One of the nastier political memes of recent times is the attempt to distinguish between "strivers" and "scroungers." This must be resisted.
In saying this, I'm not referring to the fact that Osborne's real-terms benefit cuts are also a cut in tax credits which will hurt "strivers". Nor am I referring to the fact that the rise in housing benefits owes less to scrounging than to a failure to build homes and to a subsidy for landlords. Nor do I mean that "scrounging" might well be an endogenous preference - a rational response to the inability to find work. Nor do I mean that there's a strong case for supporting "scroungers". And nor do I mean that politicians' claims to support "strivers" is merely rank hypocrisy when they stigmatize, exclude and harrass hard workers who have the misfortune not to be born here.
Leave aside all these facts. I'm referring to something else - that, in very many cases, there's no sharp distinction between "strivers" and "scroungers".
Look at the latest labour market flows numbers. These show that, in Q3, 871,000 moved from employment to unemployment or inactivity*. 3.1% of "strivers" (those in employment) thus became "scroungers". Also, 591,000 moved from unemployment to employment. So 23.2% of those "scroungers" became "strivers". Another 437,000 left economic inactivity to become employed.
This tells us that unemployment is not so much a pool, in which there are "scroungers" and "strivers" outside, but is instead a river, in which many people move from "scrounger" to "striver".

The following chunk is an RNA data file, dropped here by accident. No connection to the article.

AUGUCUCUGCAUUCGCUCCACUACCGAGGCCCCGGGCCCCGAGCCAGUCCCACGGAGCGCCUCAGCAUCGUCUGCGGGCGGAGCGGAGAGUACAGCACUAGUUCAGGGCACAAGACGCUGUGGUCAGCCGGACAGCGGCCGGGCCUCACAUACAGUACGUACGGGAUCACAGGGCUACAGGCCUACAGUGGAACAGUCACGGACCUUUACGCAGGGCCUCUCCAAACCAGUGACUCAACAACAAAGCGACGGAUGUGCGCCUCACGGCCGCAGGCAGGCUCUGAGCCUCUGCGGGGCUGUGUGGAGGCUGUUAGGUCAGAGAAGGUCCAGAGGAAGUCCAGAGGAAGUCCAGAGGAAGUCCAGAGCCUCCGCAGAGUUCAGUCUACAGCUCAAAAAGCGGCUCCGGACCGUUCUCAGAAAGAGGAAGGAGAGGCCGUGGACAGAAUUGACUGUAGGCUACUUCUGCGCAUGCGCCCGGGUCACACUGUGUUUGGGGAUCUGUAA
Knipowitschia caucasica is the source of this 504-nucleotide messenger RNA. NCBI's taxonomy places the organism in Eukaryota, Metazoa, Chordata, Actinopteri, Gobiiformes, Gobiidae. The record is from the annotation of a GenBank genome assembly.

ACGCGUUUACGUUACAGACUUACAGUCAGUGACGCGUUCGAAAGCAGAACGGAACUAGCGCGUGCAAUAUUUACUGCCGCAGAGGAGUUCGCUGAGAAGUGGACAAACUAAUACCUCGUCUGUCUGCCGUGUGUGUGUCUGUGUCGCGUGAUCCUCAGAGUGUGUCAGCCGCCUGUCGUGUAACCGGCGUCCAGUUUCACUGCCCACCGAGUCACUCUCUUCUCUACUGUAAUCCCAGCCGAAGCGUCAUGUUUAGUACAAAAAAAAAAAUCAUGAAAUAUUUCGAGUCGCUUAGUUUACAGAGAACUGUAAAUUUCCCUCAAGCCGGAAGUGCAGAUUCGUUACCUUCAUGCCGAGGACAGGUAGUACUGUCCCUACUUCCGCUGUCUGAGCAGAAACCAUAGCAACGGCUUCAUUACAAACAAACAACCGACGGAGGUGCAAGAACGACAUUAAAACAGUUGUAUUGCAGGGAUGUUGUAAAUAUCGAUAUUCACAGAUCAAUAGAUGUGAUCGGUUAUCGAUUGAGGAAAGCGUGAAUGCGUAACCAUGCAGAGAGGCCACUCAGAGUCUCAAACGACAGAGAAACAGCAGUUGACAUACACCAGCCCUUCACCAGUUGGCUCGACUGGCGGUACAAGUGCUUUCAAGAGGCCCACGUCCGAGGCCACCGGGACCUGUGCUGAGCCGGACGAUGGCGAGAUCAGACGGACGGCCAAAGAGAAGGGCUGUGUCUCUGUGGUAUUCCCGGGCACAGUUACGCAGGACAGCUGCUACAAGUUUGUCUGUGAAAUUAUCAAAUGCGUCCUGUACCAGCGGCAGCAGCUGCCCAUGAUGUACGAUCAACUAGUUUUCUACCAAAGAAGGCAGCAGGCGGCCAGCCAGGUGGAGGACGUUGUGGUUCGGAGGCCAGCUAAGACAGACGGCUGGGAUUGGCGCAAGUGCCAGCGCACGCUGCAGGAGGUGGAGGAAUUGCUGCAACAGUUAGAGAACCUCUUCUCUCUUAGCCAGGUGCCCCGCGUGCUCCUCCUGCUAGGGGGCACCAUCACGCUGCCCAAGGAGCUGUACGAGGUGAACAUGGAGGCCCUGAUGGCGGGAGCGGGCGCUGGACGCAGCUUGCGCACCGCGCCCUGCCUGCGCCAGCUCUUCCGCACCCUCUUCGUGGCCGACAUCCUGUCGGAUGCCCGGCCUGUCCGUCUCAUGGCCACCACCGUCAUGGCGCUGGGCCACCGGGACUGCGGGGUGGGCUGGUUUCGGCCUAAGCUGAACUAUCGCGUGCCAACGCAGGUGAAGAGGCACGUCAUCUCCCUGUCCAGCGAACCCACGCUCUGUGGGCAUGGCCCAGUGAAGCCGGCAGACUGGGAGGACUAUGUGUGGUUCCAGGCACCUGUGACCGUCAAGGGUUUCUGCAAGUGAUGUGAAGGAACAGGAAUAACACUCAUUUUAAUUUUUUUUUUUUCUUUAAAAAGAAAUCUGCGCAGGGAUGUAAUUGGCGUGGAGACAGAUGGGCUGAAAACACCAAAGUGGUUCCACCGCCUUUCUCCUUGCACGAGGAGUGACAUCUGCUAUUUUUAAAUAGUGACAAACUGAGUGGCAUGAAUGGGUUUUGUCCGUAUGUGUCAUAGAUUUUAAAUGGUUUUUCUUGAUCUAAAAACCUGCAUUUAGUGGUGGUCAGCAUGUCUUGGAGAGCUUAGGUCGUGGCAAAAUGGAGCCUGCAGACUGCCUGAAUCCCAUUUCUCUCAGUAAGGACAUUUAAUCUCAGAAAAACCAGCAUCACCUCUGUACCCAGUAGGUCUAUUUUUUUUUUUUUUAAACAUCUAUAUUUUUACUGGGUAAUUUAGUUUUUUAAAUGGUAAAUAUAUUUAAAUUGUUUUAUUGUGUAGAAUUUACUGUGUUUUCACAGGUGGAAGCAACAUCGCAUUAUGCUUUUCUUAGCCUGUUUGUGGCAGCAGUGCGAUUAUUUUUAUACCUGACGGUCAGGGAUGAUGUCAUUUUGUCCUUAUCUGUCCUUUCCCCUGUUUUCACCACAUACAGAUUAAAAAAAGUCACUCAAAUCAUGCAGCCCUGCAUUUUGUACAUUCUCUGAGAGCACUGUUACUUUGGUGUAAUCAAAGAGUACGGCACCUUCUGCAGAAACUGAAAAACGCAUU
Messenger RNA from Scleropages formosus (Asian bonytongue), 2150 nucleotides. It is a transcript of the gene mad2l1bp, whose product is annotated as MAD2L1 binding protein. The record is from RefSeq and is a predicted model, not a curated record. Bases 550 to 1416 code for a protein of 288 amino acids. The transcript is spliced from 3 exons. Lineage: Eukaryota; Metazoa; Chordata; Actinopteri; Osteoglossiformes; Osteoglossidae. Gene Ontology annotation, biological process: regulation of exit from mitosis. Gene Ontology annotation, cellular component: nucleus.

Because of this, the number of long-term unemployed is low. There are only 436,000 who have been out of work for more than two years, compared to over 1.1 million who have been unemployed for less than six months. And some of this long-term unemployment reflects not "scrounging", but the difficulty of finding jobs in a recession. When the economy was doing OK in 2007, there were fewer than 200,000 long-term unemployed - a mere 0.4% of the working-age population. If we equate this number with "scroungers" (and the overlap is only rough) then the prevalence of scrounging is slightly greater than that of polydactylism and rather less than dyscalculia.To put this another way, paying £71 per week to 200,000 people costs less than £800m a year, which is less than half of one per cent of GDP.
To a large extent, then, we should regard out-of-work benefits not as something that "strivers" hand out to "scroungers", but rather as a form of insurance.
Worrying about "scroungers" is, to a large extent, fact-free ideology. The attempt to distinguish between "strivers" and "scroungers" is the oldest tactic in the ruling class's book - divide and conquer. And the British people seem daft enough to fall for it.
* This understates the numbers losing their jobs, as some people would have lost a job and found one again in the three month period.